Christianity Dying in Its Birthplace

DANIEL PIPES

What some observers are calling a pogrom took place near Ramallah, West Bank, on the night of September 3-4.

Daniel Pipes

That's when 15 Muslim youths from one village, Dair Jarir, rampaged against Taybeh, a neighboring all-Christian village of 1,500 people.

The reason for the assault? A Muslim woman from Dair Jarir, Hiyam Ajaj, 23, fell in love with her Christian boss, Mehdi Khouriyye, owner of a tailor shop in Taybeh. The couple maintained a clandestine two-year affair and she became pregnant in about March 2005. When her family members learned of her condition, they murdered her. That was on about September 1; unsatisfied even with this "honor killing" — for Islamic law strictly forbids non-Muslim males to have sexual relations with Muslim females — the Ajaj men sought vengeance against Khouriyye and his family.

They took it two days later in an assault on Taybeh. The Ajajs and their friends broke into houses and stole furniture, jewelry, and electrical appliances. They threw Molotov cocktails at some buildings and poured kerosene on others, then torched them. The damage included at least 16 houses, some stores, a farm, and a gas station. The assailants vandalized cars, looted extensively, and destroyed a statue of the Virgin Mary.

"It was like a war," one Taybeh resident told the Jerusalem Post. Hours passed before the Palestinian Authority security and fire services arrived. The 15 assailants spent only a few hours in police detention, then were released. As for Khouriyye, the Palestinian Arab police arrested him, kept him in jail, and (his family says) have repeatedly beat him.

As the news service Adnkronos International notes, for Palestinian Christians "the fact that the Muslim aggressors have been released while the Christian tailor-shop owner is still being held, at best symbolizes the PA's indifference to the plight of Palestinian Christians, at worst shows it is taking sides against them."

A cousin, Suleiman Khouriyye, pointed to his burned house. "They did this because we're Christians. They did this because we are the weaker ones," he said The Khouriyyes and others recall the assailants shouting "Allahu Akbar" and anti-Christian slogans: "Burn the infidels, burn the Crusaders." To that, an unrepentant cousin of Hiyam Ajaj replied, "We burned their houses because they dishonored our family, not because they are Christians."


"Almost every day — I repeat, almost every day — our communities are harassed by the Islamic extremists in these regions," Mr. Pizzaballa says. "And if it's not the members of Hamas or Islamic Jihad, there are clashes with the Palestinian Authority."


This assault fits a larger pattern. According to the Catholic Custodian of the Holy Land, Pierbattista Pizzaballa, Christians in the Bethlehem region alone have suffered 93 cases of injustice in 2000-04. In the worst of these, in 2002, Muslims murdered the two Amre sisters, 17 and 19 years old, whom they called prostitutes. A post-mortem, however, showed the teenagers to have been virgins — and to have been tortured on their genitals.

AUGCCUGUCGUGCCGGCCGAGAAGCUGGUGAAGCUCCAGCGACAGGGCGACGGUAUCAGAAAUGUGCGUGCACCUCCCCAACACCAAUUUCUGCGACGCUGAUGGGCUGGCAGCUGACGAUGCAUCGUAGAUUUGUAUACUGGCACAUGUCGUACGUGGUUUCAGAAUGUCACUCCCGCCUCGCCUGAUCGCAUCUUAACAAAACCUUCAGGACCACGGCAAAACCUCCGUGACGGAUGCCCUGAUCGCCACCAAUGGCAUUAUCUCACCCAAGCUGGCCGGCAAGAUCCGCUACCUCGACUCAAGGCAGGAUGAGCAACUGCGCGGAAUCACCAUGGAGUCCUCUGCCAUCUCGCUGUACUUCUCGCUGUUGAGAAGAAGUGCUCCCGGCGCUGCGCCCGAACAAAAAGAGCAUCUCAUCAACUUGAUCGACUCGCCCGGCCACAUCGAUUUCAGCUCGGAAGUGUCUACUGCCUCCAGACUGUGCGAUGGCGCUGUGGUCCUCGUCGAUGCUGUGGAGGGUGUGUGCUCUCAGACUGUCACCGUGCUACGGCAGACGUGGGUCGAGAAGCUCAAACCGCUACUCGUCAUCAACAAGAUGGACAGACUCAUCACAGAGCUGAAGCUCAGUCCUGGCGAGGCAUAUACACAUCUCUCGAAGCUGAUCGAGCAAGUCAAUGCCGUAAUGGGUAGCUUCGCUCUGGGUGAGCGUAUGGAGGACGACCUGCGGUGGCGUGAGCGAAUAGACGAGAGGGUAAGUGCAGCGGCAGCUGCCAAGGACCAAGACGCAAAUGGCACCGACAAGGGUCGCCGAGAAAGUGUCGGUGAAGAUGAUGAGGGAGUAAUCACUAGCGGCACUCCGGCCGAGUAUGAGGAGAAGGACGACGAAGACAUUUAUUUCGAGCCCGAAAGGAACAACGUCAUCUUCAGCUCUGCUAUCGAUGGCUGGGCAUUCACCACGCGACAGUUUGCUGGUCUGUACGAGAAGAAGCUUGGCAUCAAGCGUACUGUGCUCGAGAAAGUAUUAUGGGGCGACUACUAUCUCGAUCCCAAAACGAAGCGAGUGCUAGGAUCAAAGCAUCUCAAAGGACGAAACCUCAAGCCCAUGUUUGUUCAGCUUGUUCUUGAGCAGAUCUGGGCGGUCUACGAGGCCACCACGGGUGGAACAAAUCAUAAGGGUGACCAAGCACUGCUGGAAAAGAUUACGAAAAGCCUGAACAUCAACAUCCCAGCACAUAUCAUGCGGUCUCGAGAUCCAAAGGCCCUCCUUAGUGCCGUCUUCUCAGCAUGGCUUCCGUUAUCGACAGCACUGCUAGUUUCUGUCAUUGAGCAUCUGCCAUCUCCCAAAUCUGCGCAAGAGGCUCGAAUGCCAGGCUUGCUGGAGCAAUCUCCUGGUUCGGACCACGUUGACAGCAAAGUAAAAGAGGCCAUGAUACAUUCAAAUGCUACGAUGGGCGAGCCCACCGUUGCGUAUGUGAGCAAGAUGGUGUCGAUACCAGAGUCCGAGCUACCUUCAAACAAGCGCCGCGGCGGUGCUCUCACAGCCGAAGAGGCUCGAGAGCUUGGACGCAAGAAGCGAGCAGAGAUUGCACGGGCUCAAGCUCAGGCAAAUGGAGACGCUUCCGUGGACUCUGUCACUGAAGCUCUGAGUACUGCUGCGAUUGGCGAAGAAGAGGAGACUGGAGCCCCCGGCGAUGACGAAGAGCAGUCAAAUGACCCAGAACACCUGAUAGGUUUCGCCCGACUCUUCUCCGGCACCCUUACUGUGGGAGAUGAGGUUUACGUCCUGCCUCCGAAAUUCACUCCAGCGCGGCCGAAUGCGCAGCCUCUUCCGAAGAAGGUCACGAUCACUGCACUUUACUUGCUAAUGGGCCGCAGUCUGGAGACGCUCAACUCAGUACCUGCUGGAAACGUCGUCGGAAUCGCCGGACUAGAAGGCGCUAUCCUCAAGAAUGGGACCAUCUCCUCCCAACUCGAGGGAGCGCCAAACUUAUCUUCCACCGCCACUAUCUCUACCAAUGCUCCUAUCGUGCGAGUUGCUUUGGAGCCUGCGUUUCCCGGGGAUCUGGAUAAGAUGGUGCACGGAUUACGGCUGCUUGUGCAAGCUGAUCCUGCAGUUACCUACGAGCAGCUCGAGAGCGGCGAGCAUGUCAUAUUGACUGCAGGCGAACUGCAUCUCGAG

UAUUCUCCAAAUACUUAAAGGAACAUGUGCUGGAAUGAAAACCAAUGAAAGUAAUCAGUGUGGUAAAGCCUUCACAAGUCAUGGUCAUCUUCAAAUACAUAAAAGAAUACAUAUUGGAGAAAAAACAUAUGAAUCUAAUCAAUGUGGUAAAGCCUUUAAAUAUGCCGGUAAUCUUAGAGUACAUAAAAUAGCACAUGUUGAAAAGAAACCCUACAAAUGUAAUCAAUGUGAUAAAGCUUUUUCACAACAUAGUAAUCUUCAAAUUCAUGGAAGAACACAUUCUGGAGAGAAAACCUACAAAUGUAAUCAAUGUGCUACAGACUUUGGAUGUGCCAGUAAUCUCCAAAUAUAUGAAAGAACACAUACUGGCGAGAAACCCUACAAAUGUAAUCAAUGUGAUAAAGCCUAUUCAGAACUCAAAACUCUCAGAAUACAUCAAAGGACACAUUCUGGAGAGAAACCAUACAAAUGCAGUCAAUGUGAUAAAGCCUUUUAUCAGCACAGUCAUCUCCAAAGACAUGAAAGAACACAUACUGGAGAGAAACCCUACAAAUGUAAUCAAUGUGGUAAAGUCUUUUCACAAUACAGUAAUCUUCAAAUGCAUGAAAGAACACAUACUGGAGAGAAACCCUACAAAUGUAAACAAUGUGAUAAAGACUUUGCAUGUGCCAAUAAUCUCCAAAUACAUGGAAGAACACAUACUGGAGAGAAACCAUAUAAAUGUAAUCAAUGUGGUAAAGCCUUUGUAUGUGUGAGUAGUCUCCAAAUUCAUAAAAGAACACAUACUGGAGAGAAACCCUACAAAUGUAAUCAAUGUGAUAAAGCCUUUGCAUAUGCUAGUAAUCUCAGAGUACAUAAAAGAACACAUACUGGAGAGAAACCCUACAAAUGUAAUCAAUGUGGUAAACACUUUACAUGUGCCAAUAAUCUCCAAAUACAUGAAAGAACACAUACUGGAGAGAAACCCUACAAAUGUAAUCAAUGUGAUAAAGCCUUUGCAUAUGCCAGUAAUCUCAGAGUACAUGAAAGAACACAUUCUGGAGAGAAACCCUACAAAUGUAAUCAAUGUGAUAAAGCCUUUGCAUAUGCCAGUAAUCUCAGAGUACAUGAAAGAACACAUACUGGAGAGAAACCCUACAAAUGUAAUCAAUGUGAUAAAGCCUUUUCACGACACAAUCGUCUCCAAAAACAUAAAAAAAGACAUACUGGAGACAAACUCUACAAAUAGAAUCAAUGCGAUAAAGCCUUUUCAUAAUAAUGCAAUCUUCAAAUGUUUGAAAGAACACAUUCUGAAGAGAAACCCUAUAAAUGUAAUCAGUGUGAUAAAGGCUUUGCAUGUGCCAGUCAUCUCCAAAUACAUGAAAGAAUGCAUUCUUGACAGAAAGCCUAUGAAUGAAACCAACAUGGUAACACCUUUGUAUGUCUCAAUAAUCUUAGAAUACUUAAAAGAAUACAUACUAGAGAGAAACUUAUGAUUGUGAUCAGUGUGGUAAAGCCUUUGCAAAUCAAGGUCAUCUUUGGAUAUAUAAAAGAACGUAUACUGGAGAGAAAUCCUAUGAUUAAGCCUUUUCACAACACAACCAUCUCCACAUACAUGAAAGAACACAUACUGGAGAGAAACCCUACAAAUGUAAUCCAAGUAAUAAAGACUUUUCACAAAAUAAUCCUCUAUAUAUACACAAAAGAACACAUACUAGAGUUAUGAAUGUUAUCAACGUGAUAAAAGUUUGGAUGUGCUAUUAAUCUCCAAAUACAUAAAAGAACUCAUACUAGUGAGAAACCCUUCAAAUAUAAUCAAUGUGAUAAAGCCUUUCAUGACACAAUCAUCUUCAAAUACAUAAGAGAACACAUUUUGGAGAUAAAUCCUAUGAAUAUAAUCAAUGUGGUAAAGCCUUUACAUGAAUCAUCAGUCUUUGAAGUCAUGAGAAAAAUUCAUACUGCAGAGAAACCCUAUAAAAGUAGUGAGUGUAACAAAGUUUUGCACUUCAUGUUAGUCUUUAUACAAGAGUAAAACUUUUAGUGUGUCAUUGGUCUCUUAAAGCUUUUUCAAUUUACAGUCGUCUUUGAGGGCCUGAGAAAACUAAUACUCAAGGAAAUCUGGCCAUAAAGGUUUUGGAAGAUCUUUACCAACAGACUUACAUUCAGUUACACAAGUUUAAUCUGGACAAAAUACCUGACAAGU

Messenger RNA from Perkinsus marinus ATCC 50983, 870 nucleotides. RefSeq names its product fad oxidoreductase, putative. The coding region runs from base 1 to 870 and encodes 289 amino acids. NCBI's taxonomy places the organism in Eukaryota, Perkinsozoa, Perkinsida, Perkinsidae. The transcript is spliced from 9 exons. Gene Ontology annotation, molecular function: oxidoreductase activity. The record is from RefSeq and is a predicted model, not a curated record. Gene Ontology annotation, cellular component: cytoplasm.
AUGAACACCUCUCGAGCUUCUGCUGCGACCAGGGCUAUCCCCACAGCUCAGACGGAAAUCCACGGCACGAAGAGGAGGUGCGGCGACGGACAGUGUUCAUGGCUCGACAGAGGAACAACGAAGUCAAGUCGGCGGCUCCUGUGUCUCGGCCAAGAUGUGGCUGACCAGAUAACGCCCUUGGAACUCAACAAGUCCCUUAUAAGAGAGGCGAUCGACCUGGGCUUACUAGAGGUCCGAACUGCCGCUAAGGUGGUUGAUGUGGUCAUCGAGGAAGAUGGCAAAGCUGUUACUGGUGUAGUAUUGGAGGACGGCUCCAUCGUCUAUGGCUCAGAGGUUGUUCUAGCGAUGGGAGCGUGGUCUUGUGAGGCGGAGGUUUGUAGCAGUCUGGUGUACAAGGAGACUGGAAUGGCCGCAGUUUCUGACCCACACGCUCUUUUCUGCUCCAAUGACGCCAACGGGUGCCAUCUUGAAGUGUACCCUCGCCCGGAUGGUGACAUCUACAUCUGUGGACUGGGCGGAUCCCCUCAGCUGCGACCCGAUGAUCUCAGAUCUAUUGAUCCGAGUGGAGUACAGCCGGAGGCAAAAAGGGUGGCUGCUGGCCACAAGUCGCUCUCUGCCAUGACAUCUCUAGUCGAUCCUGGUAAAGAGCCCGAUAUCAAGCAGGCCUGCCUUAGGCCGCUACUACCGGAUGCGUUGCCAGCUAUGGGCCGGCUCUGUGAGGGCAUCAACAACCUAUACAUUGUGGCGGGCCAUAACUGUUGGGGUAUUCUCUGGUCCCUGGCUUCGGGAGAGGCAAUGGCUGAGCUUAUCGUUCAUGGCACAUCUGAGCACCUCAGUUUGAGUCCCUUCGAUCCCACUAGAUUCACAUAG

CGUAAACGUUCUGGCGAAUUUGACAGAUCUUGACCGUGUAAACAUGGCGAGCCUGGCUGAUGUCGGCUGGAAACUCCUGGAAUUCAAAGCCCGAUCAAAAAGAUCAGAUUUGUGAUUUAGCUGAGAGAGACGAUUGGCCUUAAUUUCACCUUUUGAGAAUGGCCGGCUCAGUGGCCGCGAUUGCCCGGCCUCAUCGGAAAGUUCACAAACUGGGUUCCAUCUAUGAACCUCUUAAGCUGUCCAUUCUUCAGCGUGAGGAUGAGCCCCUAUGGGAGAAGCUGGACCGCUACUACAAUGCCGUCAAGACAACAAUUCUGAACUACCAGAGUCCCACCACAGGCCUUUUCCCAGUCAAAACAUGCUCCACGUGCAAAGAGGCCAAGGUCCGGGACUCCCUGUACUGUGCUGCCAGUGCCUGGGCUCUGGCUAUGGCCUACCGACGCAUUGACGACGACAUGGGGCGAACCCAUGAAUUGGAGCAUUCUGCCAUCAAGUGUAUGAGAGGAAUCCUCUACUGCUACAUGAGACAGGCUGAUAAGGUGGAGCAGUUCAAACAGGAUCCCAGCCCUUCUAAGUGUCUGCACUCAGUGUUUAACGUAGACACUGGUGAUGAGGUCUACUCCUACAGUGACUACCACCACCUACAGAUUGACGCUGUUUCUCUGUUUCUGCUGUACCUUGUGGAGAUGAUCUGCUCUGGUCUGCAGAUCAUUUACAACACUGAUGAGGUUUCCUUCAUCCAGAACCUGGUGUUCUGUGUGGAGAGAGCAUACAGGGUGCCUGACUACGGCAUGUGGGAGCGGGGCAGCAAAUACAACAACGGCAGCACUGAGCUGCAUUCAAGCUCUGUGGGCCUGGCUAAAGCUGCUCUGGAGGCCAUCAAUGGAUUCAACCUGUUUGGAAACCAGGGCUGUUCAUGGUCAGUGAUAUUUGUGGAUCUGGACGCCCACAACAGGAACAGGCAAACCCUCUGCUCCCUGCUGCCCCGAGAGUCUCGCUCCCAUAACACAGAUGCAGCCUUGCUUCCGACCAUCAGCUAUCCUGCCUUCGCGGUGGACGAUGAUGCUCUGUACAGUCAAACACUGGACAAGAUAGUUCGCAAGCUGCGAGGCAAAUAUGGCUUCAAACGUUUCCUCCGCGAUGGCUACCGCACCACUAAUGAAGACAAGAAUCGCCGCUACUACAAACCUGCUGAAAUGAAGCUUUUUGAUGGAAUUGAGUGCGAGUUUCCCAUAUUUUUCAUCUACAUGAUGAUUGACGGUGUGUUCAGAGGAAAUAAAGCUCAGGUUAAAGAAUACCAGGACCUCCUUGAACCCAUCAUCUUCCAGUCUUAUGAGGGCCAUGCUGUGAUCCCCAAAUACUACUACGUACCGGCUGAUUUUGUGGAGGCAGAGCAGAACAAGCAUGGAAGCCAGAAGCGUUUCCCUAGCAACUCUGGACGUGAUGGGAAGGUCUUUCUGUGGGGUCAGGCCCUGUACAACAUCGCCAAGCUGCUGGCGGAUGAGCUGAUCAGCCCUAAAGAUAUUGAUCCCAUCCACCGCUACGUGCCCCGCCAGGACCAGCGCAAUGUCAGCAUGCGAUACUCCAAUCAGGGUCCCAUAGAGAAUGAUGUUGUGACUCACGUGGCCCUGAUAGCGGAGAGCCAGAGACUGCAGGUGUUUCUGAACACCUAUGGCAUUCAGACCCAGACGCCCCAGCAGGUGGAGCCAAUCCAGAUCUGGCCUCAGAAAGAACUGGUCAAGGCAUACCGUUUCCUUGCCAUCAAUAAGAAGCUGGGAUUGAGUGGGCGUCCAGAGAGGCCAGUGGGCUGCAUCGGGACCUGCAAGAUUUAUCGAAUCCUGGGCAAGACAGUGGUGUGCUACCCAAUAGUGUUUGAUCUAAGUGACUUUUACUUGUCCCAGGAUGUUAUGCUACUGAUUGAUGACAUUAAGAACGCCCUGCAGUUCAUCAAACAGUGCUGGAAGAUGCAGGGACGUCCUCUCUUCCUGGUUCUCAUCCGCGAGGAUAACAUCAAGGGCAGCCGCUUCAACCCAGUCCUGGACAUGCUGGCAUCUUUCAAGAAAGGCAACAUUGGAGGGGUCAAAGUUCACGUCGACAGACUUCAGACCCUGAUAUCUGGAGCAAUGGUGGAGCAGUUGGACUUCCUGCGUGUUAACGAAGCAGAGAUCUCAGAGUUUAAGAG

"Almost every day — I repeat, almost every day — our communities are harassed by the Islamic extremists in these regions," Mr. Pizzaballa says. "And if it's not the members of Hamas or Islamic Jihad, there are clashes with the Palestinian Authority." In addition to the Islamists, a "Muslim land mafia" is said to operate. With PA complicity, it threatens Christian land and house owners, often succeeding to compel them to abandon their properties.

The campaign of persecution has succeeded. Even as the Christian population of Israel grows, that of the Palestinian Authority shrinks precipitously. Bethlehem and Nazareth, historic Christian towns for nearly two millennia, are now primarily Muslim. In 1922, Christians outnumbered Muslims in Jerusalem; today, Christians amount to a mere 2% of that city's population.

"Is Christian life liable to be reduced to empty church buildings and a congregation-less hierarchy with no flock in the birthplace of Christianity?" So asks Daphne Tsimhoni in the Middle East Quarterly. It is hard to see what will prevent that ghost-like future from coming into existence.

One factor that could help prevent this dismal outcome would be for mainline Protestant churches to speak out against Palestinian Muslims for tormenting and expelling Palestinian Christians. To date, unfortunately, the Episcopalian, Evangelical Lutheran, Methodist, and Presbyterian churches, as well as the United Church of Christ, have ignored the problem.

Instead, they pursue the self-indulgent path of venting moral outrage against the Israeli bystander and even withdrawing their investment funds from it. As they obsess with Israel but stay silent about Christianity dying in its birthplace one wonders what it will take to awaken them.

ACKNOWLEDGEMENT

Daniel Pipes, "Christianity Dying in Its Birthplace." New York Sun, September 13, 2005.

Reprinted with permission of Daniel Pipes. Other articles by Daniel Pipes are available on his web site at: Daniel Pipes.

THE AUTHOR

Daniel Pipes is director of the Middle East Forum and a prize-winning columnist for the New York Sun and The Jerusalem Post. His website, DanielPipes.org, is the single most accessed source of specialized information on the Middle East and Islam. It offers an archive of his work and a chance to sign-up to receive by e-mail his new materials as they appear. His most recent book, Miniatures: Views of Islamic and Middle Eastern Politics appeared in late 2003. He has written 11 other books, including: Militant Islam Reaches America (W.W. Norton) and In the Path of God: Islam and Political Power (reissued by Transaction).

Copyright 2005 Daniel Pipes


Subscribe to CERC's Weekly E-Letter

 

 

Not all articles published on CERC are the objects of official Church teaching, but these are supplied to provide supplementary information.